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A Nightmare of Dragon's Blood

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A man who has written just about everywhere and touched every character stopped by to chat about his two new DC books.  One is a character he has written before, but the other is pretty new to him.  Chuck Dixon lets us in on his thoughts on Connor Hawke and Freddie Krueger, the respective stars - probably not applicable for Krueger - of the November-debuting miniseries Connor Hawke: Dragon's Blood and Wildstorm's recently launched A Nightmare on Elm Street.

BROKEN FRONTIER: Why did you want to return to Connor Hawke?  You had written most of his catalogue of stories during your Green Arrow run up until Ollie's return.  Was this miniseries just an idea that you put together based on the new status of the DCU?  

CHUCK DIXON: It’s a lot simpler than that. A Connor limited series was on Editor Michael Wright’s wish list. He presented the idea to the Powers That Am at DC with my name attached and, long story shorter, after a few outlines it was approved.  I was very pleased to return to the character.

BF: Why do you feel this is an important character to the fabric of the DCU?

CD: I think, far beyond being Oliver Queen’s son, Connor has a place in the DCU. That universe has a real lack of the kind of globe-trotting, pure adventure characters that Conner Hawke evolved into. He represents a contrast or counter-programming to the urban, weltschmerz kind of hero that the company specializes in these days.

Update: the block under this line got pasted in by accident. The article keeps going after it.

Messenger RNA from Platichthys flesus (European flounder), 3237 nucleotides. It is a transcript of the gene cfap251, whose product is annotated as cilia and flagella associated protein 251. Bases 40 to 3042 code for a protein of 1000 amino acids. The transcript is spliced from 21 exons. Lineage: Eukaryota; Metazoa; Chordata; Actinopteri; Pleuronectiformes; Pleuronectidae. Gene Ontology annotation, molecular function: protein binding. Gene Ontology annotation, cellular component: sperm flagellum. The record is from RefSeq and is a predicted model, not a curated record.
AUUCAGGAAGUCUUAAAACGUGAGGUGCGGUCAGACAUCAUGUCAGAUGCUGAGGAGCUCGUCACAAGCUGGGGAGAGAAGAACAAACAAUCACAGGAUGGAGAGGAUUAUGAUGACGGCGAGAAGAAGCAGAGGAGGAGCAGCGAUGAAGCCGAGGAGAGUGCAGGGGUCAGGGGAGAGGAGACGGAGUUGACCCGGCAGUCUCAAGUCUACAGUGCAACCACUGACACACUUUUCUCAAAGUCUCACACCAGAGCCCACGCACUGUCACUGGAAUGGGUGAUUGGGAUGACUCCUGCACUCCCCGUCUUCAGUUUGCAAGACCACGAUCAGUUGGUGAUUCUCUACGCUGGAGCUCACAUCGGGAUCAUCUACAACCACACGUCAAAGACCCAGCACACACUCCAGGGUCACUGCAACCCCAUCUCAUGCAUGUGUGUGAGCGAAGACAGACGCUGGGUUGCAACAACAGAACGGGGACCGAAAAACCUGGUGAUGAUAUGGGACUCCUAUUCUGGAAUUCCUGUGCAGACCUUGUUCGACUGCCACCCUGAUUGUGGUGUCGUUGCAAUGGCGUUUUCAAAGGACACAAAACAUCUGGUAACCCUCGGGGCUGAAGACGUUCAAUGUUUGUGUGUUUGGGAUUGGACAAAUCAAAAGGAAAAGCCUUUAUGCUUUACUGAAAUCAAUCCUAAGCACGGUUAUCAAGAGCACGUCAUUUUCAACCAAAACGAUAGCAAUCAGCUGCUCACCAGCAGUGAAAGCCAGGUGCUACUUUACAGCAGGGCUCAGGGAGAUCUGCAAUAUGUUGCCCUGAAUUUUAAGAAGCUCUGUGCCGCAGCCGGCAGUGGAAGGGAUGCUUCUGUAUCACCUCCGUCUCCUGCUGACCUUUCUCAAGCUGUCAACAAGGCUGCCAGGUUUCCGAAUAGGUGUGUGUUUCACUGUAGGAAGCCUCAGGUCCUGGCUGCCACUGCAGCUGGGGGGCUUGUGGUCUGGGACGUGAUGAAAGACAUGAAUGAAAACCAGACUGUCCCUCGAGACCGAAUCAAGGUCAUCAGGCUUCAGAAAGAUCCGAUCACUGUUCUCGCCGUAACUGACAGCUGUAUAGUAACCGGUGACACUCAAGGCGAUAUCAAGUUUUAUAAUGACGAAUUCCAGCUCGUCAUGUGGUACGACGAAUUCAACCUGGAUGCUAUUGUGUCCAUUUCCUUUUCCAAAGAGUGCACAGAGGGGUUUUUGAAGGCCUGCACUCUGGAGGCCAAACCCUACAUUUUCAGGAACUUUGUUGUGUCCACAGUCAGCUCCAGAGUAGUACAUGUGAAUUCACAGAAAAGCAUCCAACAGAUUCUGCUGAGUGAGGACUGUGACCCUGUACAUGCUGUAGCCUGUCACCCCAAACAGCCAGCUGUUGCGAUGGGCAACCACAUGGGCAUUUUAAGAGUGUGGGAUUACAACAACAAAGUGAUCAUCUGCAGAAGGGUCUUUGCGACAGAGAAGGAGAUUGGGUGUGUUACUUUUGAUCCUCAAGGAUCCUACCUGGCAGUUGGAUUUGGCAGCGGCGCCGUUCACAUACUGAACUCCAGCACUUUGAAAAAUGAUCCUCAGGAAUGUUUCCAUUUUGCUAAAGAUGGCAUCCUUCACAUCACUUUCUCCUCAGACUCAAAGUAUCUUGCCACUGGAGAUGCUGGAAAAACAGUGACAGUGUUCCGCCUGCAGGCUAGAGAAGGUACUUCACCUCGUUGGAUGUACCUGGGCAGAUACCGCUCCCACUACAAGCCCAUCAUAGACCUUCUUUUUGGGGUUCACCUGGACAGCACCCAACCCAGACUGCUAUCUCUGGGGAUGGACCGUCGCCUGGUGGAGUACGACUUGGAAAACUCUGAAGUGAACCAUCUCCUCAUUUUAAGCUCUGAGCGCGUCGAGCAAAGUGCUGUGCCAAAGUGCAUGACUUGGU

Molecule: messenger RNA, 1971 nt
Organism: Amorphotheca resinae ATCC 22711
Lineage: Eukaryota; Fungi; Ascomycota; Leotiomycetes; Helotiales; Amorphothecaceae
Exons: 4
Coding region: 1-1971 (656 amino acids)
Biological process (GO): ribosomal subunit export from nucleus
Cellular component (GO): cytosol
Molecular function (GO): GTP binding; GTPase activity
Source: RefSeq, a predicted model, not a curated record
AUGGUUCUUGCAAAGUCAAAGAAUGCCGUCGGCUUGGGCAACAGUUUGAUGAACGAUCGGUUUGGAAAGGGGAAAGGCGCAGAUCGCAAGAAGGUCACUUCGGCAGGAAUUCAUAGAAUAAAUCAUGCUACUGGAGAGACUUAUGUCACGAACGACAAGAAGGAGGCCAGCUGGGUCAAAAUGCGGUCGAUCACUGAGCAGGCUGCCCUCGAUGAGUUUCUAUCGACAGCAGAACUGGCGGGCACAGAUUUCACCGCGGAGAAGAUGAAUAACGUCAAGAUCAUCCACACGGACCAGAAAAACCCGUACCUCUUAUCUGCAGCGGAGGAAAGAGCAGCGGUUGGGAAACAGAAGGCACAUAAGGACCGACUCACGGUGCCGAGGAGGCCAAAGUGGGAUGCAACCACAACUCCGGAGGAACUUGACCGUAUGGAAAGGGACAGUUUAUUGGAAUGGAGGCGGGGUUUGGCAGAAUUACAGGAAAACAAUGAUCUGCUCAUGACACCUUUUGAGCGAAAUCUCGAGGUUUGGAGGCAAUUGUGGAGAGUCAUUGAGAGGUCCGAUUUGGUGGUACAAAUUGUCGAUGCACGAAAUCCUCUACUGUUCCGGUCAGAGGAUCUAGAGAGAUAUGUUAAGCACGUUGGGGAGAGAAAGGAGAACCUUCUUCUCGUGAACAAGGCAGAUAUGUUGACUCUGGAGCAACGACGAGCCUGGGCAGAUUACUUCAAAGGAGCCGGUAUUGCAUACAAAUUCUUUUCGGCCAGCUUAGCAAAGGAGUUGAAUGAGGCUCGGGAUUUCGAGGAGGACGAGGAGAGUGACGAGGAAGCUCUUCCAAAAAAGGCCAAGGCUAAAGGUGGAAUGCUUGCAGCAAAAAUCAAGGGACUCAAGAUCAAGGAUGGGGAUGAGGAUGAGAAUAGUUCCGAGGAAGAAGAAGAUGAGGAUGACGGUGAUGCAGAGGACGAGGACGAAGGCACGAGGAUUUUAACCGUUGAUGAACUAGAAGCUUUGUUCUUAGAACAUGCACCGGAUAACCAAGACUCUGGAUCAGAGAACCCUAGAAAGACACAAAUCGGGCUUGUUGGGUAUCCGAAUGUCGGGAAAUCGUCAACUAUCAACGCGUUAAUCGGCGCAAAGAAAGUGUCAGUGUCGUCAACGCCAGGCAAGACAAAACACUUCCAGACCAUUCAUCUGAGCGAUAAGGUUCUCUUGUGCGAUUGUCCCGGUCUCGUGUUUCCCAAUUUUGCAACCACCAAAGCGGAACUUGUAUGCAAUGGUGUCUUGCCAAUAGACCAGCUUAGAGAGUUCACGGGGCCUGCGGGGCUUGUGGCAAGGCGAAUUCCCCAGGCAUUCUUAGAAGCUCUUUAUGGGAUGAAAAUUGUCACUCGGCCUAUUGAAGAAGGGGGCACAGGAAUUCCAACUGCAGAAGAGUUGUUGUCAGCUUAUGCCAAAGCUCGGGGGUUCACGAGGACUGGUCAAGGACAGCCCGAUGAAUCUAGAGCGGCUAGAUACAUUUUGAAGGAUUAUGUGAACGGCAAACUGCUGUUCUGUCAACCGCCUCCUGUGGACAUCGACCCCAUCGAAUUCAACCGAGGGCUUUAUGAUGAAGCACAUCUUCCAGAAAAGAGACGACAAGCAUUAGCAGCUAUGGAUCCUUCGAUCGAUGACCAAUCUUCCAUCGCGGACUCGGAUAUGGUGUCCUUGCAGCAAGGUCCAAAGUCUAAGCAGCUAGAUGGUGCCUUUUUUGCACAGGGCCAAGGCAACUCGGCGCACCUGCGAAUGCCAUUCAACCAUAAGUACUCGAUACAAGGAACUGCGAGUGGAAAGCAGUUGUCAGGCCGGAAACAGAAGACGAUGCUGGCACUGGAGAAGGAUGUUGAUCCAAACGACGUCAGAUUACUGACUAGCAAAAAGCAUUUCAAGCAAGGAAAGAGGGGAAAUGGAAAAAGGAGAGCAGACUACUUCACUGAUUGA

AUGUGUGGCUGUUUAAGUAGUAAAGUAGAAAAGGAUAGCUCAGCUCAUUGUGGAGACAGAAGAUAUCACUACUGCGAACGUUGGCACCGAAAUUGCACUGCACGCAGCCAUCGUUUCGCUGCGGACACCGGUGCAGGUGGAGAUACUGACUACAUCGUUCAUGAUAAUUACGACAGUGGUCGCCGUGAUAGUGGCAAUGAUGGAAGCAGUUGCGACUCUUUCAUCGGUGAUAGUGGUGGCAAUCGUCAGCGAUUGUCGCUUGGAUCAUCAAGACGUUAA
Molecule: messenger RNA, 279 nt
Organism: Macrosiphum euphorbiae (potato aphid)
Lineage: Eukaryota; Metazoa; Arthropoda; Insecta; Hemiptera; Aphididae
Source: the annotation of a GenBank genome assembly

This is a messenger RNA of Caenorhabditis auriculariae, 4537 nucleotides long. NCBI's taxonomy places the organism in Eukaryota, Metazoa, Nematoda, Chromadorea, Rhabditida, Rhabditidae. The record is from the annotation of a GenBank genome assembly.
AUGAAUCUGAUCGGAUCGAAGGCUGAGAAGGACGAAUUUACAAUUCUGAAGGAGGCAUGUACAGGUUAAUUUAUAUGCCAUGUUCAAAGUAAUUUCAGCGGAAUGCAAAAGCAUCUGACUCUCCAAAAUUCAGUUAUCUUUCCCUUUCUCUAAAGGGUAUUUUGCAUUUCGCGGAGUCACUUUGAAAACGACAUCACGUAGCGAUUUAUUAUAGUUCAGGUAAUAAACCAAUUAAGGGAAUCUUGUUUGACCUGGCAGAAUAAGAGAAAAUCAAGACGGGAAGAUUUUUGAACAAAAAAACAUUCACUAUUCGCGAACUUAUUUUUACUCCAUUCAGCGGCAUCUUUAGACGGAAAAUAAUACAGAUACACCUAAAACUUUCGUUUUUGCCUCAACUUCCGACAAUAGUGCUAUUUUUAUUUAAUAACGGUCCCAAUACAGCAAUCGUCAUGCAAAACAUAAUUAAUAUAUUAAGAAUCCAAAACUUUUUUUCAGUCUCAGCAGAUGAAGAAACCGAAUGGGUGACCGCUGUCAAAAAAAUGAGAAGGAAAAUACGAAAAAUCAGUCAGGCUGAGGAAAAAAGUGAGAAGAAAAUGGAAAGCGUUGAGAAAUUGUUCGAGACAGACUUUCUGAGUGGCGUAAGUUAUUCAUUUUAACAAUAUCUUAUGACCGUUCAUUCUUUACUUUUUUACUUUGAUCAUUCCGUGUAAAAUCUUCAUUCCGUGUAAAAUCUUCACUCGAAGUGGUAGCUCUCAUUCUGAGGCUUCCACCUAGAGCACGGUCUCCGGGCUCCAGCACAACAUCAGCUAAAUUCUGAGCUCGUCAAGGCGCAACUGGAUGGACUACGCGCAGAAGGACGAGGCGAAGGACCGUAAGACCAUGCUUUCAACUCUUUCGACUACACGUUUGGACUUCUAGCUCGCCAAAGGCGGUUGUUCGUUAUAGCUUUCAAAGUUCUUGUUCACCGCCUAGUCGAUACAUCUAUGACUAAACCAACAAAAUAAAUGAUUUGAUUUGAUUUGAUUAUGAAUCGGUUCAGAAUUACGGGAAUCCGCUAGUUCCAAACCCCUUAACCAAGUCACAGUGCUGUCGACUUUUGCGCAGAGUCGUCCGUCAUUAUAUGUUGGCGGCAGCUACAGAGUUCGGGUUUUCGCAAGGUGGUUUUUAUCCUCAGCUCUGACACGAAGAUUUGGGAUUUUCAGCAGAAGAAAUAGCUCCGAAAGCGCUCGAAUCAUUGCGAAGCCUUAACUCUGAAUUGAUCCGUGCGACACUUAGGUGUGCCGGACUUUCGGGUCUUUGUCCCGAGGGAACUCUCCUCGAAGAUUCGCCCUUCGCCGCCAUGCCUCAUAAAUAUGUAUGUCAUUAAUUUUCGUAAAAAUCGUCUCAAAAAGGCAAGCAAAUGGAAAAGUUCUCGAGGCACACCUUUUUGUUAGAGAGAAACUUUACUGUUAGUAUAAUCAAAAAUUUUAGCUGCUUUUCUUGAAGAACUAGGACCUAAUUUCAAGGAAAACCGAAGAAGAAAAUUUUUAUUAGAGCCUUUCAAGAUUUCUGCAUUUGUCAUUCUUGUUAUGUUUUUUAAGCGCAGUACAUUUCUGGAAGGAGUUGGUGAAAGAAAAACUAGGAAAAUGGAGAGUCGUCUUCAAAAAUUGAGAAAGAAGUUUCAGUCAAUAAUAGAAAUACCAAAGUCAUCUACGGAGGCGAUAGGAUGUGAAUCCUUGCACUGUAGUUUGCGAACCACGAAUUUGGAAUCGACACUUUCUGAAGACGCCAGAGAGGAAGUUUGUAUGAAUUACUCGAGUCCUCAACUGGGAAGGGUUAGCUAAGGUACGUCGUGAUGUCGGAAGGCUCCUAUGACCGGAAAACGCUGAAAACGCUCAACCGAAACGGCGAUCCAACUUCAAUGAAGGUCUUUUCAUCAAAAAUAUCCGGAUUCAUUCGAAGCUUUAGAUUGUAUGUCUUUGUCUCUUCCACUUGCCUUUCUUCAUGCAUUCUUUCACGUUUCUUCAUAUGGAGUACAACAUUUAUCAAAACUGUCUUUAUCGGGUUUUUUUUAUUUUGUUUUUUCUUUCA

BF: A lot has changed for the character of Connor Hawke since you last wrote him, most notably the return of his father.  How do you feel that Ollie’s return has affected the character?

CD: The fact that Ollie is back is the kick-off for what initially motivates Connor to take on the adventure offered in this story. He wants to prove that he can be the equal to his father in bowmanship. And it’s not from some sense of hubris. Connor simply feels that he is incomplete until he finds his potential in archery within himself.

BF: Similarly, the DC Universe has always been one that has prided itself on the legacy of its characters.  Connor's legacy has been constantly changing, finding out who his father is, taking over after his death, and now going back to being the "second Green Arrow", for lack of a better term.  How has this constant shifting affected Connor?  Is he someone who "knows his place" or someone who is still "searching for self"?  Where does he see his place in the DCU?

CD: Connor’s always been centered. He’s cool and unflappable for the most part. Being the “second Green Arrow” isn’t something that would affect his life except that he feels a sense of unfulfilled destiny.

BF: How has he taken to Mia Dearden joining the Arrow family?

CD: Since this is a Connor-only story, I wanted it to stand on its own. So only enough Green Arrow continuity is established to lay down Connor’s bona fides. Mia Dearden is not referenced.